Pharmacovigilance, a science that studies the adverse effects of medicines, has come a long way since its inception in the 1960’s when the thalidomide disaster occurred. Manufacturers of medicinal products must prove the safety and efficacy of their products to obtain regulatory approval and place their product on the market. Side effects of medicines identified in clinical trials are now included in the drug label, along with indications, contraindications, interactions with other drugs and conditions of use.
Specific population subgroups such as people with multiple co-morbidities and co-medications, liver impairment, or kidney damage are often excluded from clinical trials and only become exposed to these medications after they reach the market. Physicians do not have to strictly adhere to the labeled indications and can prescribe any approved drug to their patients who, according to their professional judgment, are likely to benefit from its use, considering their overall condition and other medications in the context of individual care. However, things do not always work out. Patients may develop side effects that make them stop taking the drug altogether or force them to switch to a different medication, or the drug may have no effect at all. Newly administered drugs may interact with other drugs the patient has been taking for other disorders, or the patient may be metabolizing the pharmaceutical ingredient slower than most of the people studied in clinical trials and become overdosed due to accumulation of the drug or its metabolite in their system.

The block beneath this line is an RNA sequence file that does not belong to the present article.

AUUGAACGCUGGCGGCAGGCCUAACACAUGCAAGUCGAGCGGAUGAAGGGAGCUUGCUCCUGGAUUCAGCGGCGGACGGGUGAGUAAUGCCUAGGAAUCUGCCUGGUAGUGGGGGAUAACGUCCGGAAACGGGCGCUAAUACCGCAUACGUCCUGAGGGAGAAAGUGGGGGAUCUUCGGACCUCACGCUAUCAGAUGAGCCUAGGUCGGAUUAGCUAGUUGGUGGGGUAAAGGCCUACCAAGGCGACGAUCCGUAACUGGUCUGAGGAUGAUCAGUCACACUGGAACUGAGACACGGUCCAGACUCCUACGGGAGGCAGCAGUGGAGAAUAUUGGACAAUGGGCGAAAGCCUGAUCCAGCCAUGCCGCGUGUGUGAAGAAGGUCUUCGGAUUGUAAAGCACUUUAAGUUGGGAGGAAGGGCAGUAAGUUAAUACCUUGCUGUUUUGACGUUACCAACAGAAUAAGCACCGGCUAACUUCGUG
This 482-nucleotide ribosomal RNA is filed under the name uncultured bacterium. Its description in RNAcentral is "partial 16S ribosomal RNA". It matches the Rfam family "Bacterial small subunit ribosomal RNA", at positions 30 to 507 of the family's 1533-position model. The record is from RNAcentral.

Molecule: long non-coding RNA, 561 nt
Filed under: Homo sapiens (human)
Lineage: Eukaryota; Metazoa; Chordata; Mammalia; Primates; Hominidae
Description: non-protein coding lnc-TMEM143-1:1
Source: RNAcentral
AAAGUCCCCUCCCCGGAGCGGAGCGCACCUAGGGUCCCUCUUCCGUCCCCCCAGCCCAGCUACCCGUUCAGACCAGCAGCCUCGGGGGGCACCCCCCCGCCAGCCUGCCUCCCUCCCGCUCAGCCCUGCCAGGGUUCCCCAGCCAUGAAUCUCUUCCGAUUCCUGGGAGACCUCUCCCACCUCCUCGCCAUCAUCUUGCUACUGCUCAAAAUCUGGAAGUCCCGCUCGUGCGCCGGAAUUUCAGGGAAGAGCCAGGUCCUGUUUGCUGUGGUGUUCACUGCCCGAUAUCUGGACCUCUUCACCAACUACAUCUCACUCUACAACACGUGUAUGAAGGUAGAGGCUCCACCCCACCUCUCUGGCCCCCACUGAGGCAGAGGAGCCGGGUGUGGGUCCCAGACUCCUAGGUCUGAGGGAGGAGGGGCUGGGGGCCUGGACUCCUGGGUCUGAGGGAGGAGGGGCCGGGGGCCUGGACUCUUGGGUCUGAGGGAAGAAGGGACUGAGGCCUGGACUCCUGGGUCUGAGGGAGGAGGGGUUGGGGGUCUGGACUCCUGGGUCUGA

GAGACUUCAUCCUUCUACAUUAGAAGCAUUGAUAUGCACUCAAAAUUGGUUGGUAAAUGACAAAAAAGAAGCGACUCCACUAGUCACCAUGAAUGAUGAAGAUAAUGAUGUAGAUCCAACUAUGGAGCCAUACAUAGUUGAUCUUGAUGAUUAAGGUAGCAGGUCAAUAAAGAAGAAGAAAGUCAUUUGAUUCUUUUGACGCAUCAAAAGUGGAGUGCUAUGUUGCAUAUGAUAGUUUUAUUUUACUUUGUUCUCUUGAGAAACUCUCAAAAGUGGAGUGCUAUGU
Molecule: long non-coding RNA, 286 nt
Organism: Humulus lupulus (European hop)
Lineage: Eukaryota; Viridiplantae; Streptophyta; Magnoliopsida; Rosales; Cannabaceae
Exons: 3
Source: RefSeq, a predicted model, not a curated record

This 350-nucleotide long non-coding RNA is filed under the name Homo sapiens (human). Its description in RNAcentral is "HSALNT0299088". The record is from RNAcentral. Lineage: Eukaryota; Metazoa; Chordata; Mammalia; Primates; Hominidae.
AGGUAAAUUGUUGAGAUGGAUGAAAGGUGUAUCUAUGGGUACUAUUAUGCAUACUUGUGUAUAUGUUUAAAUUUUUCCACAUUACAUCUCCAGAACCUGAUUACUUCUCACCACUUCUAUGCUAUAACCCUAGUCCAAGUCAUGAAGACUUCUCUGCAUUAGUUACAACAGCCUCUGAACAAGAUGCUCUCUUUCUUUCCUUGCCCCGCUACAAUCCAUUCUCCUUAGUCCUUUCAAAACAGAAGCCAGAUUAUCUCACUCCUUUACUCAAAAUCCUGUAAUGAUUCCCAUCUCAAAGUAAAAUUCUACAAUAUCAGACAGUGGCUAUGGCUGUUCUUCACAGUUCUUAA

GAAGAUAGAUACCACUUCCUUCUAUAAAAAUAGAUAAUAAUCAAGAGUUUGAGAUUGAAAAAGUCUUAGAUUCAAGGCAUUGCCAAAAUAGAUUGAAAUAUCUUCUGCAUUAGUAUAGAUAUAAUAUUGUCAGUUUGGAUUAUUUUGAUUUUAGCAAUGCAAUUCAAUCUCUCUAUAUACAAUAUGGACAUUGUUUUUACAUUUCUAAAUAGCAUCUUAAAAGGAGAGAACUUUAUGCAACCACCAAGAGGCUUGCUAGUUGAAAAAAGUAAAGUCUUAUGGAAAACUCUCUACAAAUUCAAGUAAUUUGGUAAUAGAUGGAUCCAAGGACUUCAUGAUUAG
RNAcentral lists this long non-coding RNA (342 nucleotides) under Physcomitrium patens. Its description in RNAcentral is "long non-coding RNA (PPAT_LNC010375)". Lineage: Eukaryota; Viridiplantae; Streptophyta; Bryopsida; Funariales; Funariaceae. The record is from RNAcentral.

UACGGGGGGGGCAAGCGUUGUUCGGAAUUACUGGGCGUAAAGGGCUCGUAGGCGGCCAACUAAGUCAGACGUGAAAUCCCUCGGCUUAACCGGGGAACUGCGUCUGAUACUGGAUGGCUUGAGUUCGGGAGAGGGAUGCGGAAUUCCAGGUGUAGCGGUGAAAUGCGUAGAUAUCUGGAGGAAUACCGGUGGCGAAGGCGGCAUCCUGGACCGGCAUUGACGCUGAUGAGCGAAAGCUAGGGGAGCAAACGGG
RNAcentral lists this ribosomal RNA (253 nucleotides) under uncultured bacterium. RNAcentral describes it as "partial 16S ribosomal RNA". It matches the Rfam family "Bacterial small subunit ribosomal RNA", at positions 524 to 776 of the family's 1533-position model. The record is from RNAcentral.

These instances of untoward effects of medications in real-life use are collected through post-market surveillance system all manufacturers must implement to keep their drugs on the market. Manufacturers, or precisely market authorization holders, have the obligation to collect, process, analyze and report these instances of adverse drug effects to regulatory authorities. The Food and Drug Administration (FDA) then imports the case reports received from manufacturers and other sources into the FDA Adverse Event Reporting System (FAERS) database. Because physicians and consumers have no obligation to report adverse effects to the FAERS database, most of the reports, about 95%, come from the industry. The FAERS database is currently the most important source of data used for the detection of signals of adverse effects of medications. Other sources of data include scientific literature and studies conducted after approval to study specific concerns or to prove the utility of approved drugs for new indications.
The current drug surveillance system was designed in the 1960s and the first reports in the FAERS database date back to 1968. Most of the major technological advances implemented to date concern methods of detection of safety signals utilizing data contained in the database and making sense of the information in the context of other scientific evidence. Information technology is one of the most rapidly developing and expanding fields of knowledge that profoundly changed practices in industry and commerce. Post-market surveillance of marketed drugs is no exception. The volume of data has been steadily increasing, and the costs of doing things the old way have been steadily rising. New technologies in informatics enable the development of methods that would have been unimaginable mere decade ago, let alone when the current system was created. New concepts and technologies in pharmacovigilance are an exciting opportunity to bring the field to the next level.